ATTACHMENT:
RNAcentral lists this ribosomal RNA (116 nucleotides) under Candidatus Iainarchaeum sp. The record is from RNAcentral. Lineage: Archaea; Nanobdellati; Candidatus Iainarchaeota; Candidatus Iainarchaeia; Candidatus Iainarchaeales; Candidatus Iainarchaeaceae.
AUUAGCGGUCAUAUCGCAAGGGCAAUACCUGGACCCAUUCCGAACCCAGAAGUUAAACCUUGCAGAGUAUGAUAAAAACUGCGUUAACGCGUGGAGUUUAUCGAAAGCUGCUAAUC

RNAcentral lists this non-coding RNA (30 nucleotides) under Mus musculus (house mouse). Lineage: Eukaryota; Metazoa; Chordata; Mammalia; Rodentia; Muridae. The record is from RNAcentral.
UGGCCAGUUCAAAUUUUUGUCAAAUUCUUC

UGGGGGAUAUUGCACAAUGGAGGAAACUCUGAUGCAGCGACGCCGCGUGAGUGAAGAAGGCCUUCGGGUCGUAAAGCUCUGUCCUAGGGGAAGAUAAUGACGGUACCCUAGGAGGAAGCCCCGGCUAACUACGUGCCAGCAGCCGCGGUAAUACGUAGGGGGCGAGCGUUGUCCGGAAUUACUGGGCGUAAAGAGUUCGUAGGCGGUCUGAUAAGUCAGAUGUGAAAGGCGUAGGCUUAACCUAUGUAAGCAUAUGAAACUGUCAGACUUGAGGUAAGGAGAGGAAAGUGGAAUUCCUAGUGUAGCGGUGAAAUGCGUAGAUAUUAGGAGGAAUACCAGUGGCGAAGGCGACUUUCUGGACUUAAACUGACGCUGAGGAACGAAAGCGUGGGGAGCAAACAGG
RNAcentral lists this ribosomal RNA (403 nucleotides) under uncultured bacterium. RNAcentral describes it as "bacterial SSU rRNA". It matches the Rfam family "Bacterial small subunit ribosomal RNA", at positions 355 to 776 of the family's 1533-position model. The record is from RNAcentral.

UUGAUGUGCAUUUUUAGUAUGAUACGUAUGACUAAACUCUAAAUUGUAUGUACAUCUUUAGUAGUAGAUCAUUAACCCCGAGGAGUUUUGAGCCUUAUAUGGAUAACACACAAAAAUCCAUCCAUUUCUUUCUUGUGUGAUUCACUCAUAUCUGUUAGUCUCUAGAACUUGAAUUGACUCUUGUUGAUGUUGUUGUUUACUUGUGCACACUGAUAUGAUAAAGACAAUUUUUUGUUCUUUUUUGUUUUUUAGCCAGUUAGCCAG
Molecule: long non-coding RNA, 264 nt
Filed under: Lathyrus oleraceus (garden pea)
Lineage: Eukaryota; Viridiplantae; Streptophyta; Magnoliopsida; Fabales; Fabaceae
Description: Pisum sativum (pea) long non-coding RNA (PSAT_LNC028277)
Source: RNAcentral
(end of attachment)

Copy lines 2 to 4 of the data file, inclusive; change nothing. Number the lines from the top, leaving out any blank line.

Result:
AUUAGCGGUCAUAUCGCAAGGGCAAUACCUGGACCCAUUCCGAACCCAGAAGUUAAACCUUGCAGAGUAUGAUAAAAACUGCGUUAACGCGUGGAGUUUAUCGAAAGCUGCUAAUC

RNAcentral lists this non-coding RNA (30 nucleotides) under Mus musculus (house mouse). Lineage: Eukaryota; Metazoa; Chordata; Mammalia; Rodentia; Muridae. The record is from RNAcentral.
UGGCCAGUUCAAAUUUUUGUCAAAUUCUUC